By ROBERT OLSON
Over the course of the last month, the National Security Agency has been involved in several major controversies involving possible domestic spying abuses.
Recently, the British newspaper The Guardian released a Foreign Intelligence Surveillance Act court document, classified above Top Secret, which orders the cell phone company Verizon to produce data on every call originating in the United States. The Wall Street Journal confirmed that Sprint and AT&T operate under similar order. Also, The Washington Post released a PowerPoint presentation that claims the NSA has electronic access to the systems of major technology companies such as Apple, Google, and Facebook through an initiative named Prism about which several of the technology companies claim they know nothing.
I have heard it claimed on Facebook and in real life that this is a "young people" problem and that "young people" deserve this surveillance for sharing too much information. While there may be too much information being shared online, this is an issue that people of all ages and political persuasions should be following, though not for the reasons one might expect.
First and foremost, it should be pointed out this issue is a bipartisan one. Both Republicans and Democrats support digital surveillance. Sens. Diane Feinstein, D-California, and Saxby Chambliss, R-Georgia, cooperatively held a news conference in which they stated the FISA court order revealed was legal. In fact, many within the technology community do not doubt that these programs are legal. They began under President George W. Bush, supported by legislation such as the Patriot Act and the Foreign Intelligence Surveillance Act and have continued to be supported by President Obama. In fact, our representatives Sens. Kirsten Gillibrand and Charles Schumer, both Democrats, along with U.S. Rep. Tom Reed, a Republican voted for reauthorizing the Foreign Intelligence Surveillance Act (FISA) in 2012. This appears to be a rare point of ideological agreement in an age of increasingly divisive political rhetoric.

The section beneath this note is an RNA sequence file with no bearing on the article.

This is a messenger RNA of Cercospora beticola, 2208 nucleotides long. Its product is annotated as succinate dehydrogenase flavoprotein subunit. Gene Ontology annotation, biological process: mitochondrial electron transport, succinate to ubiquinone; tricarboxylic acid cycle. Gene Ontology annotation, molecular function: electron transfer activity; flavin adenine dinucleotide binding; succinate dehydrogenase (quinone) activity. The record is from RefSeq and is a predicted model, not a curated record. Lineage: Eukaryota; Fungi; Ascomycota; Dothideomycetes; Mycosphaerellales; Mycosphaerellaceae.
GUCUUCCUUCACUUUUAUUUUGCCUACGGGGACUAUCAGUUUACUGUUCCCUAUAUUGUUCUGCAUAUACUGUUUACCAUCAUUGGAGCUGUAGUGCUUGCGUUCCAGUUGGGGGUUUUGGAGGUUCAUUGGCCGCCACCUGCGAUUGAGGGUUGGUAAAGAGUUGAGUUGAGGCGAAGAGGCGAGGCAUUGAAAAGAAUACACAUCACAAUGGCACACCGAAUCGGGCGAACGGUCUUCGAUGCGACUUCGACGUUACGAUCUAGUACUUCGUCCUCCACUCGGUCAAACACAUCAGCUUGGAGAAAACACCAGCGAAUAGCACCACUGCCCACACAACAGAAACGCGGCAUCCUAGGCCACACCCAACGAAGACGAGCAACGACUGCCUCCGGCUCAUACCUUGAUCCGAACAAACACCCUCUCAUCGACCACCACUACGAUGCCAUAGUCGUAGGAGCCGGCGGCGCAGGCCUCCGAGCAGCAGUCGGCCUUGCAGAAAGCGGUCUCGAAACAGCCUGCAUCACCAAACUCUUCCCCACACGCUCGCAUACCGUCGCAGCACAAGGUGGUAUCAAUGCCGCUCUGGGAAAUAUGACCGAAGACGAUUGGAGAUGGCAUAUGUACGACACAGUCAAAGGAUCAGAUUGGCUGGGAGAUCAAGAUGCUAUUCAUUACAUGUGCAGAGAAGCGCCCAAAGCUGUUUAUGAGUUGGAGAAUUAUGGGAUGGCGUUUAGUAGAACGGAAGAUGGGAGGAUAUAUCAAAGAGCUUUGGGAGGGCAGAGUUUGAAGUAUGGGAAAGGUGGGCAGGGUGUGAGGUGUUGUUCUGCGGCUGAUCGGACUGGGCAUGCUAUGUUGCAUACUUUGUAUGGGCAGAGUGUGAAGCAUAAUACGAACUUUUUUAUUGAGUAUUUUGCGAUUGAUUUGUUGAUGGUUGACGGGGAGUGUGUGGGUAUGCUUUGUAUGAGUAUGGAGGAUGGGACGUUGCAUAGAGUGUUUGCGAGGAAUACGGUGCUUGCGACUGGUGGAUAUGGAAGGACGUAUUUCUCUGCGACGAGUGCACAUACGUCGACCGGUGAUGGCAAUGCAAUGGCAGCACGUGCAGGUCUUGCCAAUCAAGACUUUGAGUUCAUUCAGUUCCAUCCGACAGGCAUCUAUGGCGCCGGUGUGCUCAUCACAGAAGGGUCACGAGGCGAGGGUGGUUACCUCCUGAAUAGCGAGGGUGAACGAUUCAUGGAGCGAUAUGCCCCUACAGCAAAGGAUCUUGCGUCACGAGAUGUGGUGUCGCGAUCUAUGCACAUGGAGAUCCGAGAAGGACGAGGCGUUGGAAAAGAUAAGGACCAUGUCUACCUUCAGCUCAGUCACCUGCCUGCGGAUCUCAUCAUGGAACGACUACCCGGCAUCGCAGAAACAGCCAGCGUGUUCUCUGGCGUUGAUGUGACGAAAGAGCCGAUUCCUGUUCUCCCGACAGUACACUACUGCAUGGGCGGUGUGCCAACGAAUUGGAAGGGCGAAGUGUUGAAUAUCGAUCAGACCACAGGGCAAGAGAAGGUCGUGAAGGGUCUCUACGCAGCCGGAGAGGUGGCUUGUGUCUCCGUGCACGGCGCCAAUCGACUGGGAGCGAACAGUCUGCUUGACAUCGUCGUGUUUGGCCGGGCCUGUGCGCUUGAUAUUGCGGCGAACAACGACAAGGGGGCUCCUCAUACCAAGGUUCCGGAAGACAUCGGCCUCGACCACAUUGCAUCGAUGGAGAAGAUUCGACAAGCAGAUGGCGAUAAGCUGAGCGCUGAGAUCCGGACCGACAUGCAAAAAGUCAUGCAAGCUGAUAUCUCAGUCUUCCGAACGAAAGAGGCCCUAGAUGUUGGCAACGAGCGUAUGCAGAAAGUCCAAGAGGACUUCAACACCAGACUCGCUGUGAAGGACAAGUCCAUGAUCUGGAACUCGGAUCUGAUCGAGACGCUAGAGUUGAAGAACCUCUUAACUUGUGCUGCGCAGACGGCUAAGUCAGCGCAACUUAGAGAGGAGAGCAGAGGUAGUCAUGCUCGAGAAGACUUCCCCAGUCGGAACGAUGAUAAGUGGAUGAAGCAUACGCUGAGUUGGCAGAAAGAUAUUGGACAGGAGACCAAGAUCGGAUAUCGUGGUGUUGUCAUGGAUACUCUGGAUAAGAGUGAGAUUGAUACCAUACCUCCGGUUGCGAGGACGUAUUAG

Both Republicans and Democrats also oppose digital surveillance. While Sens. Feinstein and Chambliss were trumpeting both the legality and necessity of the FISA court order, Senators Rand Paul, R-Kentucky, and Ron Wyden, D-Oregon, were separately leading the charge against government overreach. Paul announced intentions to sponsor anti-surveillance legislation while Wyden revealed a letter he wrote to the Department of Justice last year expressing serious concerns about the government's interpretation of The Patriot Act. In fact, The Huffington Post, one of the biggest bastions of liberal ideology on the Internet, headlined an article critical of the current administration titled "George W. Obama" that included a composite image of both presidents.
Second despite claims of "big brother" being shouted from the rooftops the content of your conversations is likely not being examined by the government. I am not being an apologist here. To be frank, most of us aren't interesting enough for that kind of detailed analysis. Instead, the government is concerned with something called meta-data, which is really data about data.